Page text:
Have you experienced brain fog? It’s that mushy feeling in your mind making it hard to retrieve information, stay on task, form coherent sentences. When we are chronically stressed from taking care of our fragile kids, working through brain fog can be our best effort on the job. Add in distractions like phone calls from the school, memories of last night’s confrontation, or fretting over treatment decisions to be made, and you may be thinking even you would give you a bad performance review.
And that’s on the good days.
The bad days take you away from work altogether. They find you picking the kid up from school. They find you taking the afternoon to go to a doctor’s appointment, because the nearest pediatric psychiatrist taking new patients is two hours away. They find you taking whole days to get your kid settled at the hospital or residential treatment center and going through all the paperwork and family counseling sessions.
If you get paid by the hour, all that time eats into your take-home pay. Even if you have the luxury of a salary and some personal or sick time, your job performance and reputation can suffer. If you run your own business, you are in danger of letting too many balls drop.
No wonder so many parents whose kids have mental illness cite worry about the job as a major stressor.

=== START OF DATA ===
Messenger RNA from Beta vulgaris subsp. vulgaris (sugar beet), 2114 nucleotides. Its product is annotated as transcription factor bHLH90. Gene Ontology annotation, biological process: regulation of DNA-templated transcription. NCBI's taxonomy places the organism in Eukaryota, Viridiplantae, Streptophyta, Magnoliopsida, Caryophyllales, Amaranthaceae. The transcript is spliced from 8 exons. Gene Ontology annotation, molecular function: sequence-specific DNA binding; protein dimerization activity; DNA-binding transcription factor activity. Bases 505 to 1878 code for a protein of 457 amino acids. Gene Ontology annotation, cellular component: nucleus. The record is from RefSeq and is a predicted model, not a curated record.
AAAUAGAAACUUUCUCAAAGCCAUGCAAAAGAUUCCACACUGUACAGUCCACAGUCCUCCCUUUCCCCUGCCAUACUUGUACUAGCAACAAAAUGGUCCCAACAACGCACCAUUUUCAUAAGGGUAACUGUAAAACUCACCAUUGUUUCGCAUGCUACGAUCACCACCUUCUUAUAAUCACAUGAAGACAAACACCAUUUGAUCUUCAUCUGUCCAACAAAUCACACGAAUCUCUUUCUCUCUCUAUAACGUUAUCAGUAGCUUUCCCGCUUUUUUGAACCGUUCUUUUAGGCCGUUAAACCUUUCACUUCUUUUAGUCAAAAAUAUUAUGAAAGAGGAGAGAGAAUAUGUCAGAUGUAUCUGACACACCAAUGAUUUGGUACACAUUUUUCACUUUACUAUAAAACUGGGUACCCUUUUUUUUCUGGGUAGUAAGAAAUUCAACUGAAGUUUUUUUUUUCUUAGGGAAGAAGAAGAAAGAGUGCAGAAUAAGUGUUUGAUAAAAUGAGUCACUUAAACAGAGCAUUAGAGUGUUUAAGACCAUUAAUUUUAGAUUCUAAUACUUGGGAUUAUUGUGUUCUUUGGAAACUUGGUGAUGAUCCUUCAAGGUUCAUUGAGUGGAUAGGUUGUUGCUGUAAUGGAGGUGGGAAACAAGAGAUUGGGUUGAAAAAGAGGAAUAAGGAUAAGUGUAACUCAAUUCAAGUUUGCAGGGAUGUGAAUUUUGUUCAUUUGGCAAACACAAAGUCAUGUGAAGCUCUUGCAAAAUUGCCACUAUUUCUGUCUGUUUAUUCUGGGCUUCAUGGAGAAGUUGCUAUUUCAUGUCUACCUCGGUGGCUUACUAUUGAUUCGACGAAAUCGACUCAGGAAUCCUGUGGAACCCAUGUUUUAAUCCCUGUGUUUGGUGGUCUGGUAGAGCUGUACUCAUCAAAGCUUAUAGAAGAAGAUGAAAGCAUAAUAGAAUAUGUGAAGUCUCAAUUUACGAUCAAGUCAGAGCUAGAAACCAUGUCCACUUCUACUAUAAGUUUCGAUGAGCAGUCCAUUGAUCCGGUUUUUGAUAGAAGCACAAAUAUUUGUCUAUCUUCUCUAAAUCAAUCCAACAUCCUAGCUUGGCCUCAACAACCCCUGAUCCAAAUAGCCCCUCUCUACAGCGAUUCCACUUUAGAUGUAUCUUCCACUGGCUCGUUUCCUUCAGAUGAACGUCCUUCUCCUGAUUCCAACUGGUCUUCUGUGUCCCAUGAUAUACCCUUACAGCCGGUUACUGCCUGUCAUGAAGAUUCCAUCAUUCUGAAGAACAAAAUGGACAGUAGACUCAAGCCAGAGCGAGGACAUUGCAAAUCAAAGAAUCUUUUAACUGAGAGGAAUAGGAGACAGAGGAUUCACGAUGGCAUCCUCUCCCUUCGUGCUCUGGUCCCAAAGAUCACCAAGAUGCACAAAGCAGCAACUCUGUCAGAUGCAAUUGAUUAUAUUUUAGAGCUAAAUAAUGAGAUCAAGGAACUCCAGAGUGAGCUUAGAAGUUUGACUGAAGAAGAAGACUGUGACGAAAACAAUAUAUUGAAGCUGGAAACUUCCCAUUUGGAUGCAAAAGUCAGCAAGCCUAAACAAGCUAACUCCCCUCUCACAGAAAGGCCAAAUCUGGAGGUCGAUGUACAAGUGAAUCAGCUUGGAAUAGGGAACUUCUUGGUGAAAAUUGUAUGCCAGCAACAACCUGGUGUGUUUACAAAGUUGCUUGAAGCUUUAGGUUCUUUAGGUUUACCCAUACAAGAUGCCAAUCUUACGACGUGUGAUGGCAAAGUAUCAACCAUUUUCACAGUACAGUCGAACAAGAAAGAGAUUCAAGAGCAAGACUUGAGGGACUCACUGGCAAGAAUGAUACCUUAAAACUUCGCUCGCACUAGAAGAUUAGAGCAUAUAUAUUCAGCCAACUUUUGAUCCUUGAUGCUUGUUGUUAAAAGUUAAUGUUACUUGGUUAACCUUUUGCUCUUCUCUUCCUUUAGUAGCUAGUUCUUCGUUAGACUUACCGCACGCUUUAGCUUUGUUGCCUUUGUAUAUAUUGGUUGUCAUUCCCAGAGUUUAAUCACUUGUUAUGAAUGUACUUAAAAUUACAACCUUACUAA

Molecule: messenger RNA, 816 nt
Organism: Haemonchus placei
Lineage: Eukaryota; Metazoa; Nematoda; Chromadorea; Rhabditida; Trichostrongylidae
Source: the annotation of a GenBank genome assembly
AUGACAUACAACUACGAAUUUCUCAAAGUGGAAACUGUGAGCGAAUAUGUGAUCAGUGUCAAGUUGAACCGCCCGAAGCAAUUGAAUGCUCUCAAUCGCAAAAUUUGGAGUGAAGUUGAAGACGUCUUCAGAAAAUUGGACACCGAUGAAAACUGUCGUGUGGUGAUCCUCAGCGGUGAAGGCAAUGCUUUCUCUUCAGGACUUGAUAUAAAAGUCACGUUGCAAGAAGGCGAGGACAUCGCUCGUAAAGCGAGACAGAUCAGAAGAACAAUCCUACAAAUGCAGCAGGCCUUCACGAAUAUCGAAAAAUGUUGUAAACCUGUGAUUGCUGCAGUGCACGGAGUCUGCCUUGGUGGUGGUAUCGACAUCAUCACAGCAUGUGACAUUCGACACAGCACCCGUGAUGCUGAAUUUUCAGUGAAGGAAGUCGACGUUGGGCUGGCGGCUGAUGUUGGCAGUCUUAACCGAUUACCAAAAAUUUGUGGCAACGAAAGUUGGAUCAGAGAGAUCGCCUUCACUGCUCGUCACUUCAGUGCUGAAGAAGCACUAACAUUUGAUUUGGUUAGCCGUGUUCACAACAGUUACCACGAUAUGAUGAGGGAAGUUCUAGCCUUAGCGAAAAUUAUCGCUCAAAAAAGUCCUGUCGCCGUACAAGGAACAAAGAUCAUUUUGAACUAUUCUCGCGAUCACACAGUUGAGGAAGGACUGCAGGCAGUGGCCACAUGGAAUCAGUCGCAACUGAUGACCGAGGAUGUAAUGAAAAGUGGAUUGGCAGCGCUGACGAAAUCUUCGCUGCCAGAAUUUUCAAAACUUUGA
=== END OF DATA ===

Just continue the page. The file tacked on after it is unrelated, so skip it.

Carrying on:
What can help?
1) If you work in an environment that is supportive, take steps to communicate. Let your boss and co-workers know a little of what is going on with your family. How much you choose to divulge is up to you. If your work atmosphere is more cut-throat, you need to consider and pray for wisdom whether this step is best.
2) Recognize that worry for your kid is going to invade your thoughts. Expect it. When it comes, take a breath and acknowledge the distraction. Then practice techniques to help you minimize it and return to focus. Try a mindfulness exercise. Get up and walk around for a few minutes. Have a dedicated notebook where you write down a sudden urgent thought or to-do to get it out out of your head without the fear of forgetting to call that doctor or renew that prescription.
3) Analyze your work. Are there tasks that could be performed remotely if necessary? How can you delegate if you are called away by an unexpected crisis? Having a plan before the crisis helps immeasurably. It’s the equivalent to having a bag, stashed in the closet, packed and ready to go. Consider creating a document you can quickly email to boss and co-workers and updating it weekly.
4) Make sure you understand your rights and benefits. Develop a good relationship with people in your human relations department. If you are truly worried that your situation might jeopardize your job, find out the laws for termination. Find out what you would need to do for unemployment. Being educated gives you peace of mind.
5) Any steps you take to deal with your stress in a healthy way will also benefit your performance on the job. Enough sleep, some exercise, good nutrition and hydration will help your mind as well as your body.
6) When you pray and when you ask others to pray, don’t leave out your anxiety over your job. It’s important and deserves a place on your prayer list.